Rinderpest: Disease and Impact on Animals

Rinderpest has historically been present in Europe, Africa, and Asia. The Americas and Oceania never had rinderpest epizootics. This virus is an ancient disease whose signs were recognized well before it was given its current name. The virus may well have given rise to human measles when humans began to domesticate cattle more than 10 000 years ago.

Historical records suggest that rinderpest originated in the steppes of central Eurasia. And later it spread across Europe and Asia with military campaigns and livestock imports. In the 19th and 20th centuries, the disease devastated parts of Africa. This virus also appeared briefly in the Americas and Australia with imported animals but was quickly eliminated. You May Also Like To Read Cattle Diseases.


The fall of the Roman Empire, the conquest of Christian Europe by Charlemagne, the French Revolution and the impoverishment of Russia was preceded by epidemics of rinderpest and consequent losses. When rinderpest was introduced in sub-Saharan Africa at the end of the 19th century, it triggered major famines. And paved the way for the colonization of Africa.

In the 1940s in China, it became clear that as long as rinderpest was not stopped, significant agricultural development could not take place. Rinderpest epidemics have therefore not only been associated with large economic losses. In regions that depend on cattle for meat, dairy products, and animal traction, rinderpest has caused widespread food problems and serious economic and political damage.

This virus has caused hundreds of millions of livestock deaths over hundreds of years. Further disease control worldwide contributed to the green revolution in agricultural production. Rinderpest has historically been present in Europe, Africa, and Asia. The Americas and Oceania never had rinderpest epizootics. In 2011, it was possible to eradicate rinderpest. And this was made possible by vaccination.

Characteristics of Rinderpest

Rinderpest, also known as cattle plague, is a contagious viral disease that mainly affects cattle and buffalo. The causative agent is a virus of the genus Morbillivirus, the family Paramyxoviridae. There are many species of wild and domestic ungulates, including sheep and goats, which have milder symptoms of the disease.

There are herds of cattle or buffalo that are susceptible to contracting the virus, which is commonly affected, the mortality rate can reach 100%. This virus can be transmitted and disseminated by contact between virus-carrying animals and susceptible animals. The virus is located in the nasal secretions from a few days before clinical signs appear. You May Also Like To Read Goat Diseases.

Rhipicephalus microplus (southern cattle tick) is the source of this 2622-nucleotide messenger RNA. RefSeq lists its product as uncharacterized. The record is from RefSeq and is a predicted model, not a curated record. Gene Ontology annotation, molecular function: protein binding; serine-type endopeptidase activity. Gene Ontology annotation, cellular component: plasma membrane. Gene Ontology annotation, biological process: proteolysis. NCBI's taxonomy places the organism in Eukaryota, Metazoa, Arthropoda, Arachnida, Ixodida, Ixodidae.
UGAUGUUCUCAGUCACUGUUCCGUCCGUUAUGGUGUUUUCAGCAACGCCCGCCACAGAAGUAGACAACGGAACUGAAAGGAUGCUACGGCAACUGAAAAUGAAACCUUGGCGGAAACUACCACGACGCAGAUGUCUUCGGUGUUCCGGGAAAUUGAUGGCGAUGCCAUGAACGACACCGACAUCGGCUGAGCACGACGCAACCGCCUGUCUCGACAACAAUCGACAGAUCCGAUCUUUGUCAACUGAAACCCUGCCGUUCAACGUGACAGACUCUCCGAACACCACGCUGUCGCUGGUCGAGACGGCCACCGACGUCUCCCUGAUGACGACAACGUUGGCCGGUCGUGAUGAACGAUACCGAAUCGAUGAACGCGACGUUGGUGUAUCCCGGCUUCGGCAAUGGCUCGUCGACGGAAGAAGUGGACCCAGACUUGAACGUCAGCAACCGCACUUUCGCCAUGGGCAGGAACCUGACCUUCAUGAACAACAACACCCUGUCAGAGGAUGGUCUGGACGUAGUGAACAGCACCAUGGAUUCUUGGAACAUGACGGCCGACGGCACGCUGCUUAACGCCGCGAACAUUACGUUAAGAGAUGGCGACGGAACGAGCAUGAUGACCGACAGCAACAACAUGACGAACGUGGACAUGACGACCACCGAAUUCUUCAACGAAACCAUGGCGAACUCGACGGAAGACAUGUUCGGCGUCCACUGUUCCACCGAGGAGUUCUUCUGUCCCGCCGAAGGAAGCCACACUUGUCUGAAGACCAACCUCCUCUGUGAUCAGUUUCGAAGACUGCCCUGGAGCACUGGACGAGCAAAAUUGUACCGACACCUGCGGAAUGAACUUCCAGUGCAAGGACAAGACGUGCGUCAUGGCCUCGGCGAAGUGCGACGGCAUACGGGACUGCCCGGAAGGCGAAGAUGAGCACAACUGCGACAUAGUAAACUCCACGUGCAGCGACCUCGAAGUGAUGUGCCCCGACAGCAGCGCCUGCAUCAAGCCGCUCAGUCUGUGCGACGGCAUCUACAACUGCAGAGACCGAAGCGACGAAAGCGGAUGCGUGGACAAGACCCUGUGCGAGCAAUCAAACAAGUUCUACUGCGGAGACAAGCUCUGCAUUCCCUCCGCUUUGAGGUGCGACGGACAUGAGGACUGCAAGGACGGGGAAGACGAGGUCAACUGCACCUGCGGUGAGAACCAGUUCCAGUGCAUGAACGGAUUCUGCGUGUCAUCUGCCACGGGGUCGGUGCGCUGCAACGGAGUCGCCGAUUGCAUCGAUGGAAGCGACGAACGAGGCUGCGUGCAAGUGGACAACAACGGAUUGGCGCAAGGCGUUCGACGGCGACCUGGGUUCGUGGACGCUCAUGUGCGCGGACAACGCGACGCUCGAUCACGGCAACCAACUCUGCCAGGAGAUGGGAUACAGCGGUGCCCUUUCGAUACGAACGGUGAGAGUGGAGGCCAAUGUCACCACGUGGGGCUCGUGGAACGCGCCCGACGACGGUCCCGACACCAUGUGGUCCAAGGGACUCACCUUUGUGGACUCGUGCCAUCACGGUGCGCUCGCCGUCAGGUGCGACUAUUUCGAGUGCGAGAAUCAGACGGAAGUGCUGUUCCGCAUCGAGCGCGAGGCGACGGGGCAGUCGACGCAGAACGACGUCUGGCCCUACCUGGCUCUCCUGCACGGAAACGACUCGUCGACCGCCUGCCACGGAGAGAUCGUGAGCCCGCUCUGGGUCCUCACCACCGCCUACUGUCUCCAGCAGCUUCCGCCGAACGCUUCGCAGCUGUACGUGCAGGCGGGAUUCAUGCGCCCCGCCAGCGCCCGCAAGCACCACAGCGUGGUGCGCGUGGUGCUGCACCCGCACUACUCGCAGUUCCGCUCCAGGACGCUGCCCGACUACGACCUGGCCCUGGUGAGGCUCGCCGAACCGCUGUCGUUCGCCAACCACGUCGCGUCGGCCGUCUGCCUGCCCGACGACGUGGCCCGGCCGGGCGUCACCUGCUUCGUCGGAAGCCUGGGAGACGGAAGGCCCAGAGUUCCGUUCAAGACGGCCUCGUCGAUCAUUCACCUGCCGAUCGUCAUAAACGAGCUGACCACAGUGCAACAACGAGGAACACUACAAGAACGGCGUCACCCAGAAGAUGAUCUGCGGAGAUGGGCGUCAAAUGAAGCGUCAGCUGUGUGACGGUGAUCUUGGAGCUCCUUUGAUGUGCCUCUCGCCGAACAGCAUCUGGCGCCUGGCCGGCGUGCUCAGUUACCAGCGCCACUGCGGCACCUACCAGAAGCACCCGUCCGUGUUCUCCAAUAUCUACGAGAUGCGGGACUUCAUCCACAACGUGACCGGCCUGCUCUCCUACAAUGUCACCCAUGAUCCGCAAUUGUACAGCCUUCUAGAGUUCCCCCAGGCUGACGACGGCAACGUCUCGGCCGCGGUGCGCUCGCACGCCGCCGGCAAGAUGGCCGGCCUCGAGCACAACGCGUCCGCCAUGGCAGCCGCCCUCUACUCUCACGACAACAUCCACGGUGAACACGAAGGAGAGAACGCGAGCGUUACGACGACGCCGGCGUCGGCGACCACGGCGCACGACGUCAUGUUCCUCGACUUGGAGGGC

As the infection progresses the virus is present in most body fluids until the animal dies or, upon recovery, acquires immunity and removes the agent from its body. In addition to cattle and buffalo, this virus may affect the zebu, water buffalo, African buffalo, Cape Eland.

As well as wildebeest, several species of antelope, the red butcher (bushpig), the facocero, the giraffe, the sheep and the goat. Some wild animals can carry the virus without showing any clinical signs of the disease. And in rare cases, (re) introduce by contact the infection in populations of domestic animals.

In the bovine species, which are the most susceptible, the classic clinical signs are:

  • High fever.
  • Depression.
  • Erosive lesions in the mouth.
  • Erosions in the mouth and digestive tract.
  • Secretions in the eyes and nose.
  • Heavy diarrhea and dehydration.

The animals become dehydrated and lose weight quickly and die about a week after signs of the disease appear. All of which leads to death within 10 to 15 days.

Morbidity and mortality vary with the susceptibility and immunity of the animal. In addition, there are no animals that act as “reservoirs” or stockpiles of disease. In other species, the disease is milder. You May Also Like To Read Duck Diseases.

Special Feature

Clinical signs, particularly in mild cases, are not specifically indicative of rinderpest. With serological tests, it is determined whether an animal has been exposed to the virus. But the definitive diagnosis is based on the identification of the viral agent in blood or tissue samples. The last recorded case of rinderpest dates back to 2001.

Prevention or control of the Disease

In case of the presence of rinderpest in its natural host, complete emergency response measures should be applied.

Measures to control Rinderpest consisted of:

  • Control of the displacements.
  • Destruction of animals infected or that have been in contact with the infection.
  • Elimination of canals and contaminated material.
  • Sanitation and disinfection.

Animals that are reintroduced from rinderpest enjoy permanent immunity. And in the past, vaccination campaigns have resulted in a steady decline in prevalence throughout the world. In the 1980s, the Global Program for the Eradication of Rinderpest.


Rinderpest was a viral disease of cattle and other ruminants (domestic and wild) characterized by fever, erosive stomatitis, diarrhea, and high morbidity and mortality. In the post-eradication era, testing for rinderpest should be considered when an etiologic agent cannot be determined for an infectious disease with characteristic signs of rinderpest. The reemergence in Nigeria in 2011 is a sobering reminder that this virus has not been completely eradicated. We need to maintain our current information about it so we know how to respond if it ever comes back again!

As A Reference: Wikipedia

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